Branon Family Maple Orchards: Conserving Working Forests Through Ongoing Partnership
By Scott Berkley, Will Lathrop, and Katie Michels
The ownership, economics, and composition of Vermont’s forestlands have changed over the past fifty years. Through these changes, the Vermont Land Trust has partnered with landowners. One method of partnership has been land acquisition: in 1997, The Vermont Land Trust (VLT) and the Nature Conservancy of Vermont (TNC), with the support of the Freeman Foundation, partnered to purchase 26,789 acres of actively managed forestland from the Atlas Plywood Company.
VLT and TNC formed the Atlas Timberlands Partnership (“The Partnership”) in order to illustrate how land conservation organizations can work together to achieve shared goals. Through the process, they have each influenced how the other works. In their approach, the Partnership sought to balance the three points of their mission – ecology, economy, and community – with the goal of managing timberland as a natural resource. In practice this has meant ongoing, high quality forest management across the land with an emphasis on restoration of species and age-class diversity in the forest, the preservation of habitat, long-term relationships with local loggers, and maintaining public access. The partnership has coincided with an economic shift in the North Woods as local timber markets have declined. In the 20 years since the original purchase, maple sugaring has joined timber as one of the key economic products of forestland.
Recently, the Partnership has begun the process of conserving and selling parcels from the Atlas Timberlands ownership. They will use the proceeds to protect more forestland in Vermont. In 2016, VLT and TNC sold a 2,080 acre parcel in Bakersfield from the Atlas Timberlands Partnership to Tom and Cecile Branon. The story of this purchase and the goals of the new owners illustrate an ongoing transition in how Vermont uses and relates to its forests, and the role of conservation organizations like VLT in that evolution.
The Branons have been shaped by their personal connection to the Vermont landscape. Tom, Cecile, and their children are part of a fifth-generation dairy family from Franklin County, and had previously protected their 653-acre Fairfield dairy with VLT. Having invested in the family’s dairy farm and maple-sugaring operation more than thirty years ago, they sold off their cattle in 2004 to focus on maple production.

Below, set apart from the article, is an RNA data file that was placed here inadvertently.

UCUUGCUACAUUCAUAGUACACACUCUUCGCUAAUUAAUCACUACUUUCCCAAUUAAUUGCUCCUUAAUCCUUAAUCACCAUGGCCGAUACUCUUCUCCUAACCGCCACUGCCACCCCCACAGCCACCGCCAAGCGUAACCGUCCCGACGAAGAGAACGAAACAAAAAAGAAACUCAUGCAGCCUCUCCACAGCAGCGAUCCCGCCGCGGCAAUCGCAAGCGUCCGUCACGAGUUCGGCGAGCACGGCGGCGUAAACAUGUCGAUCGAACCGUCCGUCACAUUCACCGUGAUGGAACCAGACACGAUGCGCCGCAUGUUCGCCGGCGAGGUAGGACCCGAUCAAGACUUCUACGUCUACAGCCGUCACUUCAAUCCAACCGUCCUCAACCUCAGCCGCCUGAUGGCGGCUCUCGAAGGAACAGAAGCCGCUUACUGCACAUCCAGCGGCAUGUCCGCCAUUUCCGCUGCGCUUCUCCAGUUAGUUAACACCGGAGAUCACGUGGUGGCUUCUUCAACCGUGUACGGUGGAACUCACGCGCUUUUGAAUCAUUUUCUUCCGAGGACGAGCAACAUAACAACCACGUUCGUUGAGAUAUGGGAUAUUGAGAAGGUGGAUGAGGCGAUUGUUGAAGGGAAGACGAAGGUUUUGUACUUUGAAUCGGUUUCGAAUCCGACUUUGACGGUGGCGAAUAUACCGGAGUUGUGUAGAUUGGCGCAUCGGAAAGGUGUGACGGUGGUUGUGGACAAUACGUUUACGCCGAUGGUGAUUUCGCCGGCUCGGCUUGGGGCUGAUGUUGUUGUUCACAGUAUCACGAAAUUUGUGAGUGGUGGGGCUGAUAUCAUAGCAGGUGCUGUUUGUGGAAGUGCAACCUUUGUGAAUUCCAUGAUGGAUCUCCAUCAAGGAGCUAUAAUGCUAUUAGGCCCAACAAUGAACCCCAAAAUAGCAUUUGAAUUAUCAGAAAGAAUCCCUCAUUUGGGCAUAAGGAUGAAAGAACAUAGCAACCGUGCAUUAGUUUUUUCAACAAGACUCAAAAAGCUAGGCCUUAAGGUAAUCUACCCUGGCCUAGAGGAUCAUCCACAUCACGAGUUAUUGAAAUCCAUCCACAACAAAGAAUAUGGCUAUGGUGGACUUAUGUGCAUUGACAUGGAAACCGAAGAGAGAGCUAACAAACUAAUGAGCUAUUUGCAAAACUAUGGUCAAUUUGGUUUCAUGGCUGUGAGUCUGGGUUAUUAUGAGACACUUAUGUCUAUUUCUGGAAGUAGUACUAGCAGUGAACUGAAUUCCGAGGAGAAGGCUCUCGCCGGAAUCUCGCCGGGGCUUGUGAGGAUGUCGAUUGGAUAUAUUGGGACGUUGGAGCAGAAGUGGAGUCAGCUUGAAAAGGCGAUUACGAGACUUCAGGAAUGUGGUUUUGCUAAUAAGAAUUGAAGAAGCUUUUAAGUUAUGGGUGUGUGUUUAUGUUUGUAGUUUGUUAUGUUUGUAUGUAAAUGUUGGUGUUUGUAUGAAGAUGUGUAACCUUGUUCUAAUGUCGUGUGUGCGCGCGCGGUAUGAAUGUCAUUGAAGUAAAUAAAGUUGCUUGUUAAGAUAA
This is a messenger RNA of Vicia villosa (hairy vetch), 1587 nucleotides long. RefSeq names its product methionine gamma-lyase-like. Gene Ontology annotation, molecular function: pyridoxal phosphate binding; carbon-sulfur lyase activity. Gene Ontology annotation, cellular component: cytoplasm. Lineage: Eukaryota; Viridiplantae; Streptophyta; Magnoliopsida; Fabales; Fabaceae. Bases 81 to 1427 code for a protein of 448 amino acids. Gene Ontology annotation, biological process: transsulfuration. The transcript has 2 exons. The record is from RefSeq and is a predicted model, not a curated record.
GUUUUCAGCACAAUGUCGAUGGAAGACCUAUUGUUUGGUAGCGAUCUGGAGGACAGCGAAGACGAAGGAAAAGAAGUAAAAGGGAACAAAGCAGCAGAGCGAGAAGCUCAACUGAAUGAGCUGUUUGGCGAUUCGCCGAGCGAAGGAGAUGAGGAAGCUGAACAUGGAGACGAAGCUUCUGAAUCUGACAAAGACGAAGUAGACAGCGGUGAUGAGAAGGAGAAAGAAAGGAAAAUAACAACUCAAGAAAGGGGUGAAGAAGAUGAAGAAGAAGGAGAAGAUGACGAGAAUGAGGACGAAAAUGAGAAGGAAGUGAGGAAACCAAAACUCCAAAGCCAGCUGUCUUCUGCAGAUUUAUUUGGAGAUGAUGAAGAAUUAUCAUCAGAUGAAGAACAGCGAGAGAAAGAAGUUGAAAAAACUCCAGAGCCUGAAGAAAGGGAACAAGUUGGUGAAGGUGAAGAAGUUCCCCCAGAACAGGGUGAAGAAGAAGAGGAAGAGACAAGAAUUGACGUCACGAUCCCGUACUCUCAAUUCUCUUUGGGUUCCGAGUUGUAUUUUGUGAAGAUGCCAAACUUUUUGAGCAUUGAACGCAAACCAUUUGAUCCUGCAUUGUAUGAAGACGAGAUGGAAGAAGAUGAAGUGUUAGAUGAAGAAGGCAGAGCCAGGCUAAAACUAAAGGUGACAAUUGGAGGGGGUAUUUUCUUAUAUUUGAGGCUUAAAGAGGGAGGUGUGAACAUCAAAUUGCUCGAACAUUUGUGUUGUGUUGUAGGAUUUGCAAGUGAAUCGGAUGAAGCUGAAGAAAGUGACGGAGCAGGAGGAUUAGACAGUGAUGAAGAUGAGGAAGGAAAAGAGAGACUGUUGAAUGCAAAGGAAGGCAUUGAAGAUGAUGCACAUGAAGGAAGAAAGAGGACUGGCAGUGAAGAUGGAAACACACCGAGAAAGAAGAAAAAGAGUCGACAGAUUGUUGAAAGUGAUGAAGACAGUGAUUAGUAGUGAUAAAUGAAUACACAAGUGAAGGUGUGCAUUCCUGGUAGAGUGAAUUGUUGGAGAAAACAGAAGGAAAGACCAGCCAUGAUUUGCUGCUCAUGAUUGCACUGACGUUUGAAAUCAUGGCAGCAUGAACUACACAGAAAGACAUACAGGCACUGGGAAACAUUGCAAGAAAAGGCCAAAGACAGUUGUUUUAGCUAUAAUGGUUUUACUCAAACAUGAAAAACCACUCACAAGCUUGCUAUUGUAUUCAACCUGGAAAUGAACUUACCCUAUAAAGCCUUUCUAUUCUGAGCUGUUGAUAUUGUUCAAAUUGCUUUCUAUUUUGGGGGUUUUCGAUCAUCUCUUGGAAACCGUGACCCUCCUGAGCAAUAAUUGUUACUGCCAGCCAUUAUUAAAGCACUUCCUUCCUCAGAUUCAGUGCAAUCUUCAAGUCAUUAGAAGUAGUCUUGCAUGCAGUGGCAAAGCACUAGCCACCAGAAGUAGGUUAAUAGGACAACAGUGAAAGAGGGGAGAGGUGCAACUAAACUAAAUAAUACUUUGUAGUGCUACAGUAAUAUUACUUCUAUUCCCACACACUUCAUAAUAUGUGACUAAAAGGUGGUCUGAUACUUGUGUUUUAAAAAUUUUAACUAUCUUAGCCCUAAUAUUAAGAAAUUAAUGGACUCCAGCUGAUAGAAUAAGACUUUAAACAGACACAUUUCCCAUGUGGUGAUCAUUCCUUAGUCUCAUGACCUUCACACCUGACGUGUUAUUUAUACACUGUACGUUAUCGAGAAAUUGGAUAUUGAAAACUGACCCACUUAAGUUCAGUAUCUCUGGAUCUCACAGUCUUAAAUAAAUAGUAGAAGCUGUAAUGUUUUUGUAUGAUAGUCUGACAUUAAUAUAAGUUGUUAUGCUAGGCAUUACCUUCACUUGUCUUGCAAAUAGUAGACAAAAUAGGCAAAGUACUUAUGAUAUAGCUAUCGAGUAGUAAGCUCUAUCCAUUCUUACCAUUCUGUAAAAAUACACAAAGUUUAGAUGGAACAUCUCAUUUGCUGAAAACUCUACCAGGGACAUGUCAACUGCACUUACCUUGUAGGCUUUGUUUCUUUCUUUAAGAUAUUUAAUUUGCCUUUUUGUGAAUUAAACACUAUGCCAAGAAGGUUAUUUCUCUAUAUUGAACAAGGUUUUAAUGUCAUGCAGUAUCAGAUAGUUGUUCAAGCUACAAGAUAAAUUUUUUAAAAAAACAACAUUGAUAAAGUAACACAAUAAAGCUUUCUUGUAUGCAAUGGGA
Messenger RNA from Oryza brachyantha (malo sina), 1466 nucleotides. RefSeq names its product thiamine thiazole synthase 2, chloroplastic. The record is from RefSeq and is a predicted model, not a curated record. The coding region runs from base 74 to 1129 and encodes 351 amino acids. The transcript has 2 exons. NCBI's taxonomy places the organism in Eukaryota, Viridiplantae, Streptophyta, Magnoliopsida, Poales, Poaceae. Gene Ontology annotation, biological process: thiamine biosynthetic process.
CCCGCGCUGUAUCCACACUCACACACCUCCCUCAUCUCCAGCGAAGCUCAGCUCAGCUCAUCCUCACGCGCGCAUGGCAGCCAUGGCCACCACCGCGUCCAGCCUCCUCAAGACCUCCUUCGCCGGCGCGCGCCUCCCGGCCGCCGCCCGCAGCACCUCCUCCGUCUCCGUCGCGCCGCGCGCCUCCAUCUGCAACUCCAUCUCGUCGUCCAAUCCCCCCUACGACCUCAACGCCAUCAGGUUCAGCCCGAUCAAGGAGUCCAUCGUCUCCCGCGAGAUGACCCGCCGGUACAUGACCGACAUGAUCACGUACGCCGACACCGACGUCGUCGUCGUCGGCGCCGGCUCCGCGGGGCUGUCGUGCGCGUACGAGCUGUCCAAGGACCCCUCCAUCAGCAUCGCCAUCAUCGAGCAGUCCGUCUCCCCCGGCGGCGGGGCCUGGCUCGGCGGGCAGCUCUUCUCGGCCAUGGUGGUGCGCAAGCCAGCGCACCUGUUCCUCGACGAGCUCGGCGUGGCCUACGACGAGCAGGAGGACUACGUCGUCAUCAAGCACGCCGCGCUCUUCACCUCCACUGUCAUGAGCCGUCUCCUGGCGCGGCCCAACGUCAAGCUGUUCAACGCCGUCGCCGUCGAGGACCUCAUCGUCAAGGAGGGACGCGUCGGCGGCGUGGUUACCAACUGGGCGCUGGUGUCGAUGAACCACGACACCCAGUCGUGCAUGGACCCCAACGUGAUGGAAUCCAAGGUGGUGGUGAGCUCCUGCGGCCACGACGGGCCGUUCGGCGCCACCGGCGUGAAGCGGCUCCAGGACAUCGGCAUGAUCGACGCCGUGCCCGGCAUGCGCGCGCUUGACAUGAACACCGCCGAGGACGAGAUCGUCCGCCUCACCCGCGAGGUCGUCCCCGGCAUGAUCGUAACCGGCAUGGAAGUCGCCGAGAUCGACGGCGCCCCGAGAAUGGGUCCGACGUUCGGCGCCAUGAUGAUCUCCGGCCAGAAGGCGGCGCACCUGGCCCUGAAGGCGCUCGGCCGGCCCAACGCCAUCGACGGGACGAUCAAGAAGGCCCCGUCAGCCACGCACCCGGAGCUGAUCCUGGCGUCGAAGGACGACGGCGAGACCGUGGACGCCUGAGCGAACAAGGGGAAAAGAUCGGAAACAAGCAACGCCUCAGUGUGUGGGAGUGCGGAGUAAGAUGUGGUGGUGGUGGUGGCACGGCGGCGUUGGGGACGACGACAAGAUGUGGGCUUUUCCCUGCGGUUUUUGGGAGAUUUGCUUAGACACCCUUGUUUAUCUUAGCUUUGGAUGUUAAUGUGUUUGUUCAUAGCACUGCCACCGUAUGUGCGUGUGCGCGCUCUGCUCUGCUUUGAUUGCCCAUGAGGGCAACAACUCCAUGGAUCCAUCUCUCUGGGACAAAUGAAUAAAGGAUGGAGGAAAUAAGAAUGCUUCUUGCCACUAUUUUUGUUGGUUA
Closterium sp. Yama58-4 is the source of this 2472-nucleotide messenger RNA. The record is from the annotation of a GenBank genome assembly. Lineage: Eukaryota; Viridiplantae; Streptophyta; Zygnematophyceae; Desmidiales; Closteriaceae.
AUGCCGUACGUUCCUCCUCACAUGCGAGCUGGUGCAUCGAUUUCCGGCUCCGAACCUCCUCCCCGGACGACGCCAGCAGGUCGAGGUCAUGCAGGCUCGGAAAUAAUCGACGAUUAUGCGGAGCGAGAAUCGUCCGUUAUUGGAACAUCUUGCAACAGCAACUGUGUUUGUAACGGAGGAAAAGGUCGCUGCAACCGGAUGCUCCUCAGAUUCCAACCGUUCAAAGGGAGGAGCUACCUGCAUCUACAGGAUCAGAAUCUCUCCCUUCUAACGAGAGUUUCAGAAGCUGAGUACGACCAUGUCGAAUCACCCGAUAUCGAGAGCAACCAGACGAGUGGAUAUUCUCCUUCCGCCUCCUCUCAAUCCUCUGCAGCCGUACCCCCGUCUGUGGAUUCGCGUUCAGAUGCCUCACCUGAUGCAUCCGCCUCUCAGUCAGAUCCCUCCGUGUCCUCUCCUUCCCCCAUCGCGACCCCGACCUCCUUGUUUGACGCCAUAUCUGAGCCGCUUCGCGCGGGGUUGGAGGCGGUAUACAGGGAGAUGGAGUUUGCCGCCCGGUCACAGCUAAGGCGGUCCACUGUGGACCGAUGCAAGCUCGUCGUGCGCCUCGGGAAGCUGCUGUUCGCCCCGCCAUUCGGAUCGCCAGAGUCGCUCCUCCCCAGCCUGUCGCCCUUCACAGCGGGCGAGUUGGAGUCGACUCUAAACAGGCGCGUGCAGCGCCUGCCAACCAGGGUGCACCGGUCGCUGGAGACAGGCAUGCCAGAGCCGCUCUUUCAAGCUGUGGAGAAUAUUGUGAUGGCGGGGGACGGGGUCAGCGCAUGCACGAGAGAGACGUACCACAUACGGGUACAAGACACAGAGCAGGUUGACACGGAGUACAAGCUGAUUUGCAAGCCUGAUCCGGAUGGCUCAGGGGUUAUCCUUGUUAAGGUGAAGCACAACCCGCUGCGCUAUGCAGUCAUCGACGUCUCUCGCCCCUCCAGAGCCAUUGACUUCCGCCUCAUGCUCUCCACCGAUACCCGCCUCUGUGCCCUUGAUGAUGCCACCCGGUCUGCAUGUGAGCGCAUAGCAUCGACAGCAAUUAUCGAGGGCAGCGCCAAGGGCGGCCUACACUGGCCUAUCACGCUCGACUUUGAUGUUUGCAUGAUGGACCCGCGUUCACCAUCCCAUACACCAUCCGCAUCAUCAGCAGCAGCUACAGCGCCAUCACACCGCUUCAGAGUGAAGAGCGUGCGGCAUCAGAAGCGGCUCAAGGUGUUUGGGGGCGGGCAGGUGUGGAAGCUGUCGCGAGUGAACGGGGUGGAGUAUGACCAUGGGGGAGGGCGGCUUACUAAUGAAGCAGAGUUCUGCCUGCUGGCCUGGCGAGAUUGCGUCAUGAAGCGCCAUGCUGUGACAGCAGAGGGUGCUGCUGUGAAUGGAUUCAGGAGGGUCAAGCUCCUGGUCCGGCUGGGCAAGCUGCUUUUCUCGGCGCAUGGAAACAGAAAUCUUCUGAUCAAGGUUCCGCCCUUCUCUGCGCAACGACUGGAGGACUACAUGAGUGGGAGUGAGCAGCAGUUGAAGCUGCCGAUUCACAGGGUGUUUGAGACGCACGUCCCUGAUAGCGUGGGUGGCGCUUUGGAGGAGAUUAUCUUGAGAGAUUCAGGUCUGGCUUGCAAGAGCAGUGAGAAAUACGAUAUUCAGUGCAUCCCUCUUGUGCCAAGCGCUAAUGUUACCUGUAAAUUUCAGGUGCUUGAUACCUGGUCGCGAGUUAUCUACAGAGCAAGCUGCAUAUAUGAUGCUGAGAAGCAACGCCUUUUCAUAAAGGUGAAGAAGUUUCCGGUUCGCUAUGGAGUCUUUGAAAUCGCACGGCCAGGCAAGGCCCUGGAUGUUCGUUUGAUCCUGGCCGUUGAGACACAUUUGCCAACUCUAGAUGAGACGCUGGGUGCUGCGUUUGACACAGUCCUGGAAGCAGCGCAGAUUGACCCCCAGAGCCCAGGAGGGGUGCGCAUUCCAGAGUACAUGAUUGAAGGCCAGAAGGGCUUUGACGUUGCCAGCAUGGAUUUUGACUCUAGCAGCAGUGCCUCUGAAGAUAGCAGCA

The Branons operate Branon Family Maple Orchards, which sells everything from jugs of syrup to value-added specialties like maple-barbecue sauce. The Branons’ job site is their backyard: their land now extends over 3,200 acres in the Cold Hollow Mountains and is part of a key wildlife corridor. VLT and TNC’s values aligned well with those of the Branons, a family with a strong commitment to making their living from the land with careful attention to stewardship. Expanding onto this affordable parcel of high-quality forestland enabled the Branons to grow their sugaring operation while also stewarding the forest resource.
VLT, TNC, and the Branons negotiated a conservation easement on the 2,000-acre parcel as part of the family’s purchase. The easement limits development of the property and in other ways requires the owner to manage the land in a manner that will maintain and enhance its ecological values. VLT is the holder of the conservation easement, and will steward it in perpetuity. That means VLT conservation values will endure over time.
The easement included special stipulations which protect the species diversity, climate resilience, and wildlife values of this property. The Partnership negotiated the easement in consultation with the Branons’ current uses of this land, and with flexibility to shift uses through time. Their agreement reflects up-to-date best practices in forest management, ecological stewardship, and public access. The Partnership was able to look past the existing uses of the parcel and see how it might be economically viable into the future.